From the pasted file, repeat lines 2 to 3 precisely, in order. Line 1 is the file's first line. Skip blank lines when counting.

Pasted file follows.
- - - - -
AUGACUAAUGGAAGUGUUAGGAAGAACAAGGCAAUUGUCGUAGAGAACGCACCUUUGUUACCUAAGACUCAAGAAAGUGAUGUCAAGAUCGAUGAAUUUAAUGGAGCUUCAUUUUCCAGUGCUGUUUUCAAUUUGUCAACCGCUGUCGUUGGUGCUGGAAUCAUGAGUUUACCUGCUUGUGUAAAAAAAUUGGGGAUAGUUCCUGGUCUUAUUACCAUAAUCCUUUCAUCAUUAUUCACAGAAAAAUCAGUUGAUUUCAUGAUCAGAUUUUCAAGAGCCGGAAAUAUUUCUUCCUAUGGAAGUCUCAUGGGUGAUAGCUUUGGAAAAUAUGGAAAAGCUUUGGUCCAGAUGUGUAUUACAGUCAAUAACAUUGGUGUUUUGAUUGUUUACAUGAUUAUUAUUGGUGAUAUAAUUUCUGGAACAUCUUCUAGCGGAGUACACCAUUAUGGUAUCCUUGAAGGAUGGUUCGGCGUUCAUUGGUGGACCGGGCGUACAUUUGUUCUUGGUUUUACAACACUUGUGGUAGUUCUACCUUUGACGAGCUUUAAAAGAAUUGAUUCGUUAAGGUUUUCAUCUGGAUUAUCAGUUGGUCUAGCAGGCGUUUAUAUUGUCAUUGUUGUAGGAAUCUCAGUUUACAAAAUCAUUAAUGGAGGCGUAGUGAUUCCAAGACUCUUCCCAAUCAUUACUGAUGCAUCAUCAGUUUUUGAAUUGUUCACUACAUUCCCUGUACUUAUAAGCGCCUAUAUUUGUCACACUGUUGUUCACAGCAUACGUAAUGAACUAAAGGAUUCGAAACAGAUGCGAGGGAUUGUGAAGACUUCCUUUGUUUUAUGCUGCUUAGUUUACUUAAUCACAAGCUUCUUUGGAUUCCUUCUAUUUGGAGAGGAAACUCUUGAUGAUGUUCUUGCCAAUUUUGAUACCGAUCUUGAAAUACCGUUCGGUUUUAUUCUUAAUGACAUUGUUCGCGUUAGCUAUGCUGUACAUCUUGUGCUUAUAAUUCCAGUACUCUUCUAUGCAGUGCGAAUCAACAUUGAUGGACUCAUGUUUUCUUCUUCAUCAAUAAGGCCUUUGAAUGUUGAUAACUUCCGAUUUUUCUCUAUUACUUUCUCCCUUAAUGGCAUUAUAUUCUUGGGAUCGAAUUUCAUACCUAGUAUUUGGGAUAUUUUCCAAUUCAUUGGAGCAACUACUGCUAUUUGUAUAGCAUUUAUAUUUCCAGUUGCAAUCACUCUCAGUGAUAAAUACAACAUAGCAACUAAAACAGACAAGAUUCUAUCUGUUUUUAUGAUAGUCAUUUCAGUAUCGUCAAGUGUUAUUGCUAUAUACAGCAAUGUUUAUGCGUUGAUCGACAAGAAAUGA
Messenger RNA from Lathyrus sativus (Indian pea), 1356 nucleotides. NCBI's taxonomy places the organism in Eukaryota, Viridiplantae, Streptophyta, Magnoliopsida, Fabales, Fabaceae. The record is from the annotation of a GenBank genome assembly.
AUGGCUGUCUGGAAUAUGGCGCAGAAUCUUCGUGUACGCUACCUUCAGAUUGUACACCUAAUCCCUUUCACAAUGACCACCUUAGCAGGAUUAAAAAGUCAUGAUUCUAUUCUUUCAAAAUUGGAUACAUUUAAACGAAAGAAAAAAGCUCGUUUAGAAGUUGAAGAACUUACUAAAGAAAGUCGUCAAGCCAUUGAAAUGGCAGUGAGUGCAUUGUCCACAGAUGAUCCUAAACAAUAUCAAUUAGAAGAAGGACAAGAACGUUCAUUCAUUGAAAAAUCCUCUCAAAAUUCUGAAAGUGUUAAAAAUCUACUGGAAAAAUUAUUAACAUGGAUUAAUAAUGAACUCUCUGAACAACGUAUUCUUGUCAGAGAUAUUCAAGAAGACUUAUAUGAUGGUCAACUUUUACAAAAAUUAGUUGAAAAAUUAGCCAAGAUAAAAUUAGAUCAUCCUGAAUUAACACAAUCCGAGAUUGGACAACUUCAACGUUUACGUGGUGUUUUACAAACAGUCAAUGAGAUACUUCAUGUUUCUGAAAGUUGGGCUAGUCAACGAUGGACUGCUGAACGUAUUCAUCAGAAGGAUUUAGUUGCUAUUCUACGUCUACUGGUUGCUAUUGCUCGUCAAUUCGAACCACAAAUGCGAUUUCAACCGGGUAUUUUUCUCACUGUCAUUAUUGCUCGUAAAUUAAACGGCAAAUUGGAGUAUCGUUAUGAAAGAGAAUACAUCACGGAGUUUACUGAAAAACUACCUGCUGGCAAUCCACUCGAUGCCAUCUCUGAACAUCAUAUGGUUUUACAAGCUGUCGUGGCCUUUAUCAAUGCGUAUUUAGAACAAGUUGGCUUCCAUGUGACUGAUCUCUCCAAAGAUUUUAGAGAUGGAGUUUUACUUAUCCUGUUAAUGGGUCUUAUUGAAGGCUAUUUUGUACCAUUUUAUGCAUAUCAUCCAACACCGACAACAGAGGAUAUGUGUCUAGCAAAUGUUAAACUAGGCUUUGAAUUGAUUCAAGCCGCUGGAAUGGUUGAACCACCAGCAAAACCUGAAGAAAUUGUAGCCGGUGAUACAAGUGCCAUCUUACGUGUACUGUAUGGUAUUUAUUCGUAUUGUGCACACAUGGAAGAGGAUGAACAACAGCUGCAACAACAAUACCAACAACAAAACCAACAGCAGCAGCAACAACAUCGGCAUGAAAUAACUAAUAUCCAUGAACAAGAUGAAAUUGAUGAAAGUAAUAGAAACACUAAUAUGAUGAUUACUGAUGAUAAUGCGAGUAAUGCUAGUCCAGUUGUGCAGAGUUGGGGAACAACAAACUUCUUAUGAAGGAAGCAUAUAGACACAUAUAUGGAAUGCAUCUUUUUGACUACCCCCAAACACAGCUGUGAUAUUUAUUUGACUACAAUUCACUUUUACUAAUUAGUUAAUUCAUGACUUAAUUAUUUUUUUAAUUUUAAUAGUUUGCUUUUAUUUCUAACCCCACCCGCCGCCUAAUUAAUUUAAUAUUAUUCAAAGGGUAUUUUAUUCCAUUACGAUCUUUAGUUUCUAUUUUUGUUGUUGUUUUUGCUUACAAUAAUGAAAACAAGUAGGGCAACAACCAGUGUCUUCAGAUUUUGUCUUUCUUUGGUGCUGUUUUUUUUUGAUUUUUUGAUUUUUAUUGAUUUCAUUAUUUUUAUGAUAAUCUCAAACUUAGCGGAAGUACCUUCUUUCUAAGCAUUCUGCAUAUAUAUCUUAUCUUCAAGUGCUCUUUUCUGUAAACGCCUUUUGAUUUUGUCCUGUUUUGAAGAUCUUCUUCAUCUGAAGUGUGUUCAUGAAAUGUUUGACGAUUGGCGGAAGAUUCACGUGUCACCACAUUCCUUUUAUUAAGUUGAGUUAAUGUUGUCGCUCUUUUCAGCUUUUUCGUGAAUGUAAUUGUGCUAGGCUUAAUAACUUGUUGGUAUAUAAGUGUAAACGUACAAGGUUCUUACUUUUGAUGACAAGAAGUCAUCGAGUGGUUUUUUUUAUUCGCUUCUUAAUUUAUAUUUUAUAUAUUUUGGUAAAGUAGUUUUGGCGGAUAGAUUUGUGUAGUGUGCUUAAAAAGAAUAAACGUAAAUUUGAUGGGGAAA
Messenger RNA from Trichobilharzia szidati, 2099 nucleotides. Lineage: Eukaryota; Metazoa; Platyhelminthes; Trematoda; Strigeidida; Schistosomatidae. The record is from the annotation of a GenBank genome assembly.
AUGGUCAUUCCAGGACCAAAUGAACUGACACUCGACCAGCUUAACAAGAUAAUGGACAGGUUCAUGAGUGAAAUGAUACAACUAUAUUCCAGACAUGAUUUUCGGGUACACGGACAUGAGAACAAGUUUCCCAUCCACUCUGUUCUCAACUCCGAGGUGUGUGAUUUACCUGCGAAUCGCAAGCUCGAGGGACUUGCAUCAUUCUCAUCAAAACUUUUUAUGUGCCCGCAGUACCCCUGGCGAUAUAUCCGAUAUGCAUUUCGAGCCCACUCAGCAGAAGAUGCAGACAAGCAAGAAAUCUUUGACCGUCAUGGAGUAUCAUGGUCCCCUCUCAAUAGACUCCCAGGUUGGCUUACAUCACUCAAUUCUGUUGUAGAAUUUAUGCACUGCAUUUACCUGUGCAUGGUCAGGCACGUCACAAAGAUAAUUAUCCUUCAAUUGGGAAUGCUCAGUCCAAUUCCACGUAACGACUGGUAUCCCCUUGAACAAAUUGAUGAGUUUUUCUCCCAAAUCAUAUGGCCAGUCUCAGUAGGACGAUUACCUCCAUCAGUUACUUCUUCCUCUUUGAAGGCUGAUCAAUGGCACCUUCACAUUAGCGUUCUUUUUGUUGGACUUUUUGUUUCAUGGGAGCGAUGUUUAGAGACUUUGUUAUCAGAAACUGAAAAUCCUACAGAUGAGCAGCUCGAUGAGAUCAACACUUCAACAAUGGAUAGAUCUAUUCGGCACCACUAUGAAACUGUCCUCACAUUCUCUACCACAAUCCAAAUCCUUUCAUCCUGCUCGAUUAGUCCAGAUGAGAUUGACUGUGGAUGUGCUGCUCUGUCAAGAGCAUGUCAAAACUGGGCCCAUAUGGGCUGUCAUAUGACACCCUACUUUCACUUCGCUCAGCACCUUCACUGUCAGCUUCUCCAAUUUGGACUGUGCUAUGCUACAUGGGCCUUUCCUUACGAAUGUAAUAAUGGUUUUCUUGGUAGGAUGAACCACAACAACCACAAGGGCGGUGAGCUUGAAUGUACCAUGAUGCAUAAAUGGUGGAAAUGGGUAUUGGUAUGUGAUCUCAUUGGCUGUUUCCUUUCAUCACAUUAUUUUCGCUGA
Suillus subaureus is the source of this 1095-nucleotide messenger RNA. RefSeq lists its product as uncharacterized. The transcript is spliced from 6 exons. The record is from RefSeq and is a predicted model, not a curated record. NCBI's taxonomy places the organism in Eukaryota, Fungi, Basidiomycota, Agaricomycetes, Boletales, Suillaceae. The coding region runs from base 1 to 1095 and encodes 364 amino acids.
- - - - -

Messenger RNA from Lathyrus sativus (Indian pea), 1356 nucleotides. NCBI's taxonomy places the organism in Eukaryota, Viridiplantae, Streptophyta, Magnoliopsida, Fabales, Fabaceae. The record is from the annotation of a GenBank genome assembly.
AUGGCUGUCUGGAAUAUGGCGCAGAAUCUUCGUGUACGCUACCUUCAGAUUGUACACCUAAUCCCUUUCACAAUGACCACCUUAGCAGGAUUAAAAAGUCAUGAUUCUAUUCUUUCAAAAUUGGAUACAUUUAAACGAAAGAAAAAAGCUCGUUUAGAAGUUGAAGAACUUACUAAAGAAAGUCGUCAAGCCAUUGAAAUGGCAGUGAGUGCAUUGUCCACAGAUGAUCCUAAACAAUAUCAAUUAGAAGAAGGACAAGAACGUUCAUUCAUUGAAAAAUCCUCUCAAAAUUCUGAAAGUGUUAAAAAUCUACUGGAAAAAUUAUUAACAUGGAUUAAUAAUGAACUCUCUGAACAACGUAUUCUUGUCAGAGAUAUUCAAGAAGACUUAUAUGAUGGUCAACUUUUACAAAAAUUAGUUGAAAAAUUAGCCAAGAUAAAAUUAGAUCAUCCUGAAUUAACACAAUCCGAGAUUGGACAACUUCAACGUUUACGUGGUGUUUUACAAACAGUCAAUGAGAUACUUCAUGUUUCUGAAAGUUGGGCUAGUCAACGAUGGACUGCUGAACGUAUUCAUCAGAAGGAUUUAGUUGCUAUUCUACGUCUACUGGUUGCUAUUGCUCGUCAAUUCGAACCACAAAUGCGAUUUCAACCGGGUAUUUUUCUCACUGUCAUUAUUGCUCGUAAAUUAAACGGCAAAUUGGAGUAUCGUUAUGAAAGAGAAUACAUCACGGAGUUUACUGAAAAACUACCUGCUGGCAAUCCACUCGAUGCCAUCUCUGAACAUCAUAUGGUUUUACAAGCUGUCGUGGCCUUUAUCAAUGCGUAUUUAGAACAAGUUGGCUUCCAUGUGACUGAUCUCUCCAAAGAUUUUAGAGAUGGAGUUUUACUUAUCCUGUUAAUGGGUCUUAUUGAAGGCUAUUUUGUACCAUUUUAUGCAUAUCAUCCAACACCGACAACAGAGGAUAUGUGUCUAGCAAAUGUUAAACUAGGCUUUGAAUUGAUUCAAGCCGCUGGAAUGGUUGAACCACCAGCAAAACCUGAAGAAAUUGUAGCCGGUGAUACAAGUGCCAUCUUACGUGUACUGUAUGGUAUUUAUUCGUAUUGUGCACACAUGGAAGAGGAUGAACAACAGCUGCAACAACAAUACCAACAACAAAACCAACAGCAGCAGCAACAACAUCGGCAUGAAAUAACUAAUAUCCAUGAACAAGAUGAAAUUGAUGAAAGUAAUAGAAACACUAAUAUGAUGAUUACUGAUGAUAAUGCGAGUAAUGCUAGUCCAGUUGUGCAGAGUUGGGGAACAACAAACUUCUUAUGAAGGAAGCAUAUAGACACAUAUAUGGAAUGCAUCUUUUUGACUACCCCCAAACACAGCUGUGAUAUUUAUUUGACUACAAUUCACUUUUACUAAUUAGUUAAUUCAUGACUUAAUUAUUUUUUUAAUUUUAAUAGUUUGCUUUUAUUUCUAACCCCACCCGCCGCCUAAUUAAUUUAAUAUUAUUCAAAGGGUAUUUUAUUCCAUUACGAUCUUUAGUUUCUAUUUUUGUUGUUGUUUUUGCUUACAAUAAUGAAAACAAGUAGGGCAACAACCAGUGUCUUCAGAUUUUGUCUUUCUUUGGUGCUGUUUUUUUUUGAUUUUUUGAUUUUUAUUGAUUUCAUUAUUUUUAUGAUAAUCUCAAACUUAGCGGAAGUACCUUCUUUCUAAGCAUUCUGCAUAUAUAUCUUAUCUUCAAGUGCUCUUUUCUGUAAACGCCUUUUGAUUUUGUCCUGUUUUGAAGAUCUUCUUCAUCUGAAGUGUGUUCAUGAAAUGUUUGACGAUUGGCGGAAGAUUCACGUGUCACCACAUUCCUUUUAUUAAGUUGAGUUAAUGUUGUCGCUCUUUUCAGCUUUUUCGUGAAUGUAAUUGUGCUAGGCUUAAUAACUUGUUGGUAUAUAAGUGUAAACGUACAAGGUUCUUACUUUUGAUGACAAGAAGUCAUCGAGUGGUUUUUUUUAUUCGCUUCUUAAUUUAUAUUUUAUAUAUUUUGGUAAAGUAGUUUUGGCGGAUAGAUUUGUGUAGUGUGCUUAAAAAGAAUAAACGUAAAUUUGAUGGGGAAA